By Michaela Labriole, Judith Hutton, Laycca Umer, and Kate Maschak
Children swinging on a swing set. A pair of kids playing catch. A child zipping down a slide. Groups of kids using iPads? While technology may not be the obvious choice for a playground, the combination of technology and physical play is the foundation for Playground Physics, a free digital application and supplemental curriculum for grades 6–8 developed by the New York Hall of Science (NYSCI).
Middle grade students in the United States are very likely to experience physics instruction that is fragmented, didactic, and highly structured (Meltzer 2021). This is particularly true for students from backgrounds that have historically been excluded from educational opportunities in the physical sciences, including Black and Latinx youth, girls, and gender expansive youth, and youth from low-income communities (Krakehl and Kelly 2021; Smerdon et al. 1999). Lack of training and professional development for physics educators and lack of quality, inquiry-based curricular materials contribute to these inequities (Meltzer 2021). Playground Physics, which was developed specifically for formal classrooms, seeks to address these issues in physics instruction by providing learning resources inspired by the playful, engaging experience of NYSCI’s Science Playground, a 60,000-square-foot outdoor science playground that has equipment like slides, a seesaw, and a sandpit, and encourages interest-driven, full-body experimentation. The use of informal learning approaches in a formal classroom setting provides an important pathway to students’ active involvement in exploring physics concepts that are relevant to them.
Using the app, students record their physical play; tap points on the screen to trace a path of motion; and use different stickers, lenses, and graphs in the app to annotate and analyze their play experiences. Through the course of three accompanying curriculum units focused on motion, force, and energy, students use their own play as grounds to ask questions, identify patterns in data, and analyze and interpret the data presented in the app.
For example, the motion unit of the curriculum begins by asking students to describe the motion of a ball while playing catch, surfacing students’ prior knowledge and serving as a foundation for asking questions that can be investigated using the app. Students then go to the playground, an outdoor area, or any open space to record themselves playing catch, and use the app to trace the path of the ball’s motion as they pass it back and forth. The app provides students with data about the ball’s distance, speed, and direction. Students might choose to add “high speed” and “low speed” special effects stickers at various points in the video to help identify patterns in what they’re seeing. Additional activities from the curriculum encourage students to graph the data and to investigate other questions such as “Are the patterns in the data the same no matter what type of ball or object I use”? As a culminating activity, students return to their original description of the ball’s motion to add more detail and to reflect on how their understanding has changed over time. By placing students at the center of their own learning through exploration of their play, Playground Physics aims to deepen students' physics knowledge and engagement with science as well as ultimately support a broad range of students' long-term interest in exploring the STEM fields.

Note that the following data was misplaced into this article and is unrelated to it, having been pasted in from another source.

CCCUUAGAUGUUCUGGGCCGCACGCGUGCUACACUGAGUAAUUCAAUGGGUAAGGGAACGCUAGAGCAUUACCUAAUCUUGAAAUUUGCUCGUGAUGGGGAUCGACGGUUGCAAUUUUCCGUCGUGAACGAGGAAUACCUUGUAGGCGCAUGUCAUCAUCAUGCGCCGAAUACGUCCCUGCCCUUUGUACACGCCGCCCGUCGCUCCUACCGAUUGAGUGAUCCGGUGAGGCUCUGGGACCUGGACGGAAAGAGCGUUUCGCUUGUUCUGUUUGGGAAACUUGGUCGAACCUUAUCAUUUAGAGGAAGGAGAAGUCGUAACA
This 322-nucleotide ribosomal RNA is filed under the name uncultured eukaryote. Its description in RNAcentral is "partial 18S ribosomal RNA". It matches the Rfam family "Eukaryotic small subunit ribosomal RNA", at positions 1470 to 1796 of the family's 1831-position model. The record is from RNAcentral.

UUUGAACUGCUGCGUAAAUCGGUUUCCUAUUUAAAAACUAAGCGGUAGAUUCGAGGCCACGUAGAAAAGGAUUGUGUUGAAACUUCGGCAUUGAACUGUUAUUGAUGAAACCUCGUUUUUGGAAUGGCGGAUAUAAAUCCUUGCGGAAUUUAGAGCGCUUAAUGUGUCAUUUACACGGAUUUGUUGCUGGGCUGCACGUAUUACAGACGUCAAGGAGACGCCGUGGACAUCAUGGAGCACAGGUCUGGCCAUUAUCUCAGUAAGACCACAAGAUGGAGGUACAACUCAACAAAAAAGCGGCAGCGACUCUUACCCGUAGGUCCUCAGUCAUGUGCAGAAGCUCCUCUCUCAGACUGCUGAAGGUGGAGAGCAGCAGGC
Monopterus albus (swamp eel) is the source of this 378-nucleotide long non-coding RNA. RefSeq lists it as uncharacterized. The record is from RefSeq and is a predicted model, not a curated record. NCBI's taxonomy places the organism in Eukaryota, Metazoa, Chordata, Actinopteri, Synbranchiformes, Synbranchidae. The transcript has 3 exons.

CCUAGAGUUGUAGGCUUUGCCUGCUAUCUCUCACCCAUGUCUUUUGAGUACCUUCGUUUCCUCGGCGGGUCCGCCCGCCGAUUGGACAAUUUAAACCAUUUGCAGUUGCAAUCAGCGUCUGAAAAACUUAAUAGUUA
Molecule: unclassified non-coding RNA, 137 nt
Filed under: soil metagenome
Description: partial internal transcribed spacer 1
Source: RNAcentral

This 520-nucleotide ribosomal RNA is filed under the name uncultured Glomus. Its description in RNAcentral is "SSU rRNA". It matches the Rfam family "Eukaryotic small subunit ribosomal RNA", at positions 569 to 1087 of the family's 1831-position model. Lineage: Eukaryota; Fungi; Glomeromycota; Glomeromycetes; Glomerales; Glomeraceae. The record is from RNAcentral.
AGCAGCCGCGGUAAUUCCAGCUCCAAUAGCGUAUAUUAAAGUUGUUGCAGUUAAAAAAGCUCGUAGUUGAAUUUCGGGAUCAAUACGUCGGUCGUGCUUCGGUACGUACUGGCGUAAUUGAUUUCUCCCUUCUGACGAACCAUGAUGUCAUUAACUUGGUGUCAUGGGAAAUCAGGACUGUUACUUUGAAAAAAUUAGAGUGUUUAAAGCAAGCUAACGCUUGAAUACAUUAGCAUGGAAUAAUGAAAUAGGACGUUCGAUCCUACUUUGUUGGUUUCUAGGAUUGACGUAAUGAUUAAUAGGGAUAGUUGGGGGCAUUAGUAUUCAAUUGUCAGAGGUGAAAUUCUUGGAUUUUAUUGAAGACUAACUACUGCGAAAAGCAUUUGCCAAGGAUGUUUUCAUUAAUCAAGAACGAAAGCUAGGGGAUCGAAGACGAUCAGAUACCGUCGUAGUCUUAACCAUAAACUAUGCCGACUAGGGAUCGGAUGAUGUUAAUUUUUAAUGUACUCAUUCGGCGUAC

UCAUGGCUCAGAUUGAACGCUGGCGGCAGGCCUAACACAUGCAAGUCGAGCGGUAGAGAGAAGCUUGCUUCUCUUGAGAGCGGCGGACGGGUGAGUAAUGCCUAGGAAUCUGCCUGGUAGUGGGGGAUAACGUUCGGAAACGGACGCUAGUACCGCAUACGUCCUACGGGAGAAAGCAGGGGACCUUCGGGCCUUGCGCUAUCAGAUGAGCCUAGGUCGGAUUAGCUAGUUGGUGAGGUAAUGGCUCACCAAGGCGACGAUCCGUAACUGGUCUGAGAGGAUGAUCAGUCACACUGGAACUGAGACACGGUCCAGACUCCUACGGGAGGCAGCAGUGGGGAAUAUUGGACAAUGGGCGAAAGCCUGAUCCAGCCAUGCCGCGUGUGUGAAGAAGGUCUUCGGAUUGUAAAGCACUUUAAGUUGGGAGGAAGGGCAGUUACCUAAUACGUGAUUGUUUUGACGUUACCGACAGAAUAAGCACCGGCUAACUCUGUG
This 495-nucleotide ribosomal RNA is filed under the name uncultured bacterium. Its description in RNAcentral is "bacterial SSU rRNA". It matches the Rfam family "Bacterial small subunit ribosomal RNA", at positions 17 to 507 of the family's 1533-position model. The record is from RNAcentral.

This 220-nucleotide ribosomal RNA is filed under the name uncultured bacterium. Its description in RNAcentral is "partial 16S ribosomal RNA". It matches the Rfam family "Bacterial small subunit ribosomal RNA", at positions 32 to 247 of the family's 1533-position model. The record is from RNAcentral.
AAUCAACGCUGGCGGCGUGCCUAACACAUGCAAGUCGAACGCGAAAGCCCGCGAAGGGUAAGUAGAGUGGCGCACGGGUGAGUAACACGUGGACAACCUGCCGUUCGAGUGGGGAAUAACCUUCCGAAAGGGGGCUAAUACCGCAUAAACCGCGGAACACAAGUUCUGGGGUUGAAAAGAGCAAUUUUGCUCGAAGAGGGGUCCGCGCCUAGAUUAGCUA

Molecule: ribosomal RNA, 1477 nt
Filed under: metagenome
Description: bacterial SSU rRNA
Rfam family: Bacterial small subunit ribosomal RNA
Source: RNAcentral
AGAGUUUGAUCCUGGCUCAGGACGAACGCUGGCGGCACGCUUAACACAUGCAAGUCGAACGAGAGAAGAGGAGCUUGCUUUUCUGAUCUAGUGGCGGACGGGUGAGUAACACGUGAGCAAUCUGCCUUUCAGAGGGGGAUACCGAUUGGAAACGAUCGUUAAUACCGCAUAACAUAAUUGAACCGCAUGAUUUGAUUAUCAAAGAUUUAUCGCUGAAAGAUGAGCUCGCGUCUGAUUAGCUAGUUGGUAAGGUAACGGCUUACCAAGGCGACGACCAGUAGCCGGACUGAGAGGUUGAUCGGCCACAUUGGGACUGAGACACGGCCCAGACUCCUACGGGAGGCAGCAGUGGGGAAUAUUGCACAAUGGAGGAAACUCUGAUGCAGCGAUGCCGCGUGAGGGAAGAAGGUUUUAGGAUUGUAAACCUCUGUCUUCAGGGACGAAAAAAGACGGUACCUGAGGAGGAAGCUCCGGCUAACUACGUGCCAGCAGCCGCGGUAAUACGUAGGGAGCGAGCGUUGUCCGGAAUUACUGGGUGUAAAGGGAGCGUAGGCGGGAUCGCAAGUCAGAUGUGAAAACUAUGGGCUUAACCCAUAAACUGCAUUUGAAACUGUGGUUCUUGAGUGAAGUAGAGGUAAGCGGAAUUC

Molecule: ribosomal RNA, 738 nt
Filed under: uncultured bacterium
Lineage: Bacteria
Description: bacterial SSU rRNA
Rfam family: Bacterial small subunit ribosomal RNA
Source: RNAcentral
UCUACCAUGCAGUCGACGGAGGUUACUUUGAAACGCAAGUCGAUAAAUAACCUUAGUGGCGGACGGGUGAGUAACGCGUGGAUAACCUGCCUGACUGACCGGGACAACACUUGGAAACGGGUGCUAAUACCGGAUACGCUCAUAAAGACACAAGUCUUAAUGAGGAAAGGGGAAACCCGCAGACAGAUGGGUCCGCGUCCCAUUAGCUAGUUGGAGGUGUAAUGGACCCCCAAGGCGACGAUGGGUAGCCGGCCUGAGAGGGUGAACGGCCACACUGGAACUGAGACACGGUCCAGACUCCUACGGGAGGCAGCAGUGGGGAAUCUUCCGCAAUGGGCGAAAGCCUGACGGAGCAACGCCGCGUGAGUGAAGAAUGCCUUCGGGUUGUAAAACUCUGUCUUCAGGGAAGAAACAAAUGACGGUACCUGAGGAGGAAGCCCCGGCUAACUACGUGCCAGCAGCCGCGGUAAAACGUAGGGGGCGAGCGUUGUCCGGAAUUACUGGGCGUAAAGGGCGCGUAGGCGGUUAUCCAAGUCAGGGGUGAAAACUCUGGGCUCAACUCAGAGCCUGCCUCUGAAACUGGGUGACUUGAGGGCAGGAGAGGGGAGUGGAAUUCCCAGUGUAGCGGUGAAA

A research study in New York City demonstrated an increase in knowledge and understanding of physics concepts for students who participated in the Playground Physics program (Friedman et al. 2017). A current scale-up study—a partnership with The New York State Association for Computers and Technologies in Education (NYSCATE) and American Institutes for Research (AIR)—allowed NYSCI to work with a broader range of teachers in urban, suburban, and rural settings across New York State. Through this process, participating teachers shared some of the key benefits of using Playground Physics outside on the playground.
While this feedback is specific to Playground Physics, it echoes literature about the benefits of using technologies to augment outdoor learning (Anderson et al. 2015; Broda 2011; Horton et al. 2013; Zita 2008). Rather than acting as a barrier to outdoor play, technology is now a necessary support for amplifying students' felt experiences and helping them deeply connect with content. At the end of the day, when making decisions about how to incorporate technology, it’s most important to consider your “what”: What are your goals for outdoor learning and what technology might enhance or extend learners’ experience?
The app and supplemental lessons can be found at https://noticing.nysci.org/apps/playground-physics/
Michaela Labriole is the Director of Strategic Education Initiatives at NYSCI in Corona, New York. Judith Hutton is a Coordinator of Strategic Education Initiatives at NYSCI in Corona, New York. Laycca Umer is the Manager, Research, Exhibits & Programs at NYSCI in Corona, New York. Kate Maschak is a Senior Science Instructor at NYSCI Corona, New York.
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Broda, H.W. 2011. Moving the classroom outdoors: Schoolyard-enhanced learning in action. Portland, ME: Stenhouse.
Friedman, L.B., J. Margolin, A. Swanlund, S. Dhillon, and F. Liu. 2017. Enhancing MiddleSchool Science Lessons with Playground Activities: A Study of the Impact of Playground Physics. American Institutes for Research. https://files.eric.ed.gov/fulltext/ED574773.pdf
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Margolin, J., C. Chandra, L.B. Friedman, K. Guyot, M. Labriole, M. Legault, A. Roach, L. Umer, S. Uzzo. 2023. Enhancing middle school physical science lessons with embodied learning [Paper presentation]. NARST 2023: Chicago, IL, United States.
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